Currency Areas, Exchange Rate Systems, and
International Monetary Reform
Charles Rist, French economist and central banker, once said that “democracy killed the gold standard.” A nice phrase—he was a very good economist. What Ithink he meant was that democracy results in an increase in social demands and redistribution programs that governments have to supply or else be ejected at the next election. In the effort to finance the new programs governments raise taxes to the limit and then engage in borrowing and deficit financing from the central bank, leading to a breakdown of convertibility and the collapse of the gold standard. The gold standard will no longer act as the “golden brake.” Rist's idea was very prophetic, but I think it does not provide the right clue as to what destroyed the gold standard. We have to look elsewhere.
Strong currencies are the children of empires and great powers. The dollar became the greatest currency of the twentieth century because it was comparatively stable and America became the superpower. As the United States came to dominate the international monetary system, the dollar elbowed out gold as the principal asset of the system. When General de Gaulle in the 1960s wanted to attack the United States and its “dollar imperialism, ” he served up a demand for a return to the gold standard, the only conceivable rival to a dollar-based system. The United States, of course, wouldn't hear of it, and, after it was taken off gold in 1971, the dollar, instead of sinking into oblivion, had no rivals. What killed the gold standard was the financial supremacy of the United States and its delivery system, the dollar.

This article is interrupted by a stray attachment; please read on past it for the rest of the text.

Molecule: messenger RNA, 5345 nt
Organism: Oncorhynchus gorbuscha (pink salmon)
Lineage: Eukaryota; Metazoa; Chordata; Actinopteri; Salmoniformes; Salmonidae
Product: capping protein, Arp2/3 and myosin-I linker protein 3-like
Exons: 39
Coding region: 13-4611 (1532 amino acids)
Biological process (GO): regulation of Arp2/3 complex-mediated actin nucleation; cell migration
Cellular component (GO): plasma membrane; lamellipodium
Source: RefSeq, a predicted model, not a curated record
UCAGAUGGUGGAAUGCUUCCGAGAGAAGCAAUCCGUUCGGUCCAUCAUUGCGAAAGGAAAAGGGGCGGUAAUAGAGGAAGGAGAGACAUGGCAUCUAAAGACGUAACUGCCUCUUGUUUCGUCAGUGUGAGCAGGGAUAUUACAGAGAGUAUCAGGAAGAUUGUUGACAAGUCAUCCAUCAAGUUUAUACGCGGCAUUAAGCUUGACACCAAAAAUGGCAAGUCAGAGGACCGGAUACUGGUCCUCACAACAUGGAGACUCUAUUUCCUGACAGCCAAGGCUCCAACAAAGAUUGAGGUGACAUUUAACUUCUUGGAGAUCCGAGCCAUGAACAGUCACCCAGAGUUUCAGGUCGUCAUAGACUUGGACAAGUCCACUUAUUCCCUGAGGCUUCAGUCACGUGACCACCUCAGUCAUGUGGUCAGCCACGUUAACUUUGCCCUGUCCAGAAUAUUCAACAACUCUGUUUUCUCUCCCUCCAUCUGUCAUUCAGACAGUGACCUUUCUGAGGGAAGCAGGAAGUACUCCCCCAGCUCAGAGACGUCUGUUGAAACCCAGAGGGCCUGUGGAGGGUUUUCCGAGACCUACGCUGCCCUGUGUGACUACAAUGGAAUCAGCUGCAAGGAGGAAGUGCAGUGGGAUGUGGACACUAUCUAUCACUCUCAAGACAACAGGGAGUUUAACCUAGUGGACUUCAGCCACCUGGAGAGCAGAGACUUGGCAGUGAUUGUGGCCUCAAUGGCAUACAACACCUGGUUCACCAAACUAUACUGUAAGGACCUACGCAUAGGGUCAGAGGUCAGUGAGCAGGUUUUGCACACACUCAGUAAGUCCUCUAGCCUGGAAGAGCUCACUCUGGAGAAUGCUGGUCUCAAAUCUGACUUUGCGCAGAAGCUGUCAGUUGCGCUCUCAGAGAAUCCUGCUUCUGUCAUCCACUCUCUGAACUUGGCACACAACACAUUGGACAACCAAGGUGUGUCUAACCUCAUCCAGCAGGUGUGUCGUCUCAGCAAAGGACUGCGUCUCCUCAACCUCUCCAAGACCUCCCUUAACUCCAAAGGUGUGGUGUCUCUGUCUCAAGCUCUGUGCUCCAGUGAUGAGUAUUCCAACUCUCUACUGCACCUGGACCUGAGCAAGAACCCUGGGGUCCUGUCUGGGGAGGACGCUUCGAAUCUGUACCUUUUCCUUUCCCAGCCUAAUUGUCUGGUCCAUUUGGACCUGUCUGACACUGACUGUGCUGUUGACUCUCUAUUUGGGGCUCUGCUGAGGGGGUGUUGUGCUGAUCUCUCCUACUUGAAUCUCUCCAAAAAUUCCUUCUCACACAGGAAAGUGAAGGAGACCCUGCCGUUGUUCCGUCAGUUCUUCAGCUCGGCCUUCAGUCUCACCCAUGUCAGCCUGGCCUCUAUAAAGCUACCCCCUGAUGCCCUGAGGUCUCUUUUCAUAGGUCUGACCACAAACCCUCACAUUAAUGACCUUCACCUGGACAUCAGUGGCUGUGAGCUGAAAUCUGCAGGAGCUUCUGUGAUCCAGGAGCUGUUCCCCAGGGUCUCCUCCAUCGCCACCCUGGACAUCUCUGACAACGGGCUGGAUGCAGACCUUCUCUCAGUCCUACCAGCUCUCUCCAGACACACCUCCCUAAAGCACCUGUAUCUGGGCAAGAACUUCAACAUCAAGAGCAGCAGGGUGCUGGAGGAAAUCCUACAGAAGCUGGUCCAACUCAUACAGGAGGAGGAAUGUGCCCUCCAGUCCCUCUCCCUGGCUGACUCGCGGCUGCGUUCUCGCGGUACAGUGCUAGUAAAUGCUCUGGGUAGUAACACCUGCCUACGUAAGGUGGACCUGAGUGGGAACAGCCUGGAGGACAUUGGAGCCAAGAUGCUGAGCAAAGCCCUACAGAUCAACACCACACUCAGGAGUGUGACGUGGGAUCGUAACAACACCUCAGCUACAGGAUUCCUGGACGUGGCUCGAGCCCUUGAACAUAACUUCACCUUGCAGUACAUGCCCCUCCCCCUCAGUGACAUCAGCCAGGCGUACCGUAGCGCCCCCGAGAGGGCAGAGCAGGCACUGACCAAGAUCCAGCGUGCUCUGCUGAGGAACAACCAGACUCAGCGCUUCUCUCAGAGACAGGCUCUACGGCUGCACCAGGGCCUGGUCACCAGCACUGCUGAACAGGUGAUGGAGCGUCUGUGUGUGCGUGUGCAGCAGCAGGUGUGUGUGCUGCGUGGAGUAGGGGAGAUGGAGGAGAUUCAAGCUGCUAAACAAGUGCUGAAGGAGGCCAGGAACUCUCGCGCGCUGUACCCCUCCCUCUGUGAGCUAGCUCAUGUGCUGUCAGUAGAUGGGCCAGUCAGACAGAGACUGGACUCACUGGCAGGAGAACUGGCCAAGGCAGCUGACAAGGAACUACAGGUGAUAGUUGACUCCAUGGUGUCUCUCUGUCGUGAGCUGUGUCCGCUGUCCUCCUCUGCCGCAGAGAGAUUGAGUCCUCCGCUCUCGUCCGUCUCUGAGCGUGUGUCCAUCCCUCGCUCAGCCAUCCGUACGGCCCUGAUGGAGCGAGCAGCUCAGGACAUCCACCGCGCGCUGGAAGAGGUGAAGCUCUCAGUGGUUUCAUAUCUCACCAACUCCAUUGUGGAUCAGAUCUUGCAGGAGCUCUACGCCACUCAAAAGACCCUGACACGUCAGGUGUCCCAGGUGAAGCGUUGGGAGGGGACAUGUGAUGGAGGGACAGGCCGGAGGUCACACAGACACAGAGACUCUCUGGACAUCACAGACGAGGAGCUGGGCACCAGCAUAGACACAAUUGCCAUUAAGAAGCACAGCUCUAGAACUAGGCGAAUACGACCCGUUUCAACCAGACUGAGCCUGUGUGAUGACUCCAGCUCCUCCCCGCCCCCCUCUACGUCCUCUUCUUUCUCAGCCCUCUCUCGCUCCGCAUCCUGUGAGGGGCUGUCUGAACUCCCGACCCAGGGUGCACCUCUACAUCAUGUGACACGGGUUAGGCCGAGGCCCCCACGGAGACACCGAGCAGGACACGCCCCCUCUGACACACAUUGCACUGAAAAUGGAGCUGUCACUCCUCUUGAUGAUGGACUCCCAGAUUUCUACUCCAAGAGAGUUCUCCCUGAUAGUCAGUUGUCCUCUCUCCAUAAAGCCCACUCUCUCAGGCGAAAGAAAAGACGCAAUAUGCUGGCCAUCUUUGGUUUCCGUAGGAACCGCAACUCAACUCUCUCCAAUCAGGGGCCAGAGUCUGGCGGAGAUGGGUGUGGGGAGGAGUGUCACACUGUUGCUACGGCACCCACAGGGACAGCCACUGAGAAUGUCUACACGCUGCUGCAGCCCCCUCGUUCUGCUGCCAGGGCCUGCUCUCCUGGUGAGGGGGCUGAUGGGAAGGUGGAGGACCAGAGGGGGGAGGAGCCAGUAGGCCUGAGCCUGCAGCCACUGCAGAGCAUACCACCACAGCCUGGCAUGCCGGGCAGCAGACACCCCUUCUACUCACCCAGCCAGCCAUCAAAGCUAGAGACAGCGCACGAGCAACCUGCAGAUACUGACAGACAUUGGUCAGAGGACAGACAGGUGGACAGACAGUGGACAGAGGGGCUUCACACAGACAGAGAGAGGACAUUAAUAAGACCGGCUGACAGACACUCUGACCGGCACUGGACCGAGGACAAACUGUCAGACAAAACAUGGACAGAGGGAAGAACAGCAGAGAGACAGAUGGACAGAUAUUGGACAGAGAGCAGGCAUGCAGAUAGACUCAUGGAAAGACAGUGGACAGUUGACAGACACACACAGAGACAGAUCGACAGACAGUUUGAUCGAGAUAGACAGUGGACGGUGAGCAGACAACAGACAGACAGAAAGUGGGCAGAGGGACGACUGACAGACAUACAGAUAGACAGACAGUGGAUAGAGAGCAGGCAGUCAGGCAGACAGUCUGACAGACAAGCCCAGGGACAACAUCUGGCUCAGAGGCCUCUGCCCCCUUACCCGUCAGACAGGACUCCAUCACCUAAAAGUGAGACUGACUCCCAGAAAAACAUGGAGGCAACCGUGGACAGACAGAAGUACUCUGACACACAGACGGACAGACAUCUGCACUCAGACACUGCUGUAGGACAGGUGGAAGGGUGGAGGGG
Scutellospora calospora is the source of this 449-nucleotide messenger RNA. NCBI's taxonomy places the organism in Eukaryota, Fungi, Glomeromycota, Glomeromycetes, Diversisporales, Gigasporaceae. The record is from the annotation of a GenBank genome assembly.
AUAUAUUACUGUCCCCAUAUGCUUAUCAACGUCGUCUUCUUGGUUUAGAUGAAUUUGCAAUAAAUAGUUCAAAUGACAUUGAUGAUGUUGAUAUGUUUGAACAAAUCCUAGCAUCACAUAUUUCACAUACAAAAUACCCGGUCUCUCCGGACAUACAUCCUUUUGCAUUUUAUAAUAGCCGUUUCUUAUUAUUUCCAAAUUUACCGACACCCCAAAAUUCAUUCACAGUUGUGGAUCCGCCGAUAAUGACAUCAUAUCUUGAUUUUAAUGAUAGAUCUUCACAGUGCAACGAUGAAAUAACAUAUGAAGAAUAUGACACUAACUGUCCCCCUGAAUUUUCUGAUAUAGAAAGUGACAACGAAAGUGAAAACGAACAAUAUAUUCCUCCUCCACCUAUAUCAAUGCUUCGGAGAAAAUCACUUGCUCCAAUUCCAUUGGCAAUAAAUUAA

Currency power configurations, however, are never static. They evolve along predictable lines with the growth and decline of nations. Looking at the international monetary system as a constantly evolving oligopoly, it seems inevitable that a countervailing power would develop to challenge the dollar. Now, at the close of the “American century, ” the euro has appeared as a potential rival, the countervailing power, to the dollar.
The euro may turn out to be more of an important change in the international monetary system than the breakdown of the Bretton Woods arrangements in 1971. If it fulfils its promise as an alternative to the dollar, the euro can change the power configuration of the system. The breakdown of Bretton Woods changed its veneer but not its fundamentals. Before and after the collapse, the dollar remained unchallenged as the de facto monarch,
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Publication information: Book title: The Dollarization Debate. Contributors: Dominick Salvatore - Editor, James W. Dean - Editor, Thomas D. Willett - Editor. Publisher: Oxford University Press. Place of publication: New York. Publication year: 2003. Page number: 17.
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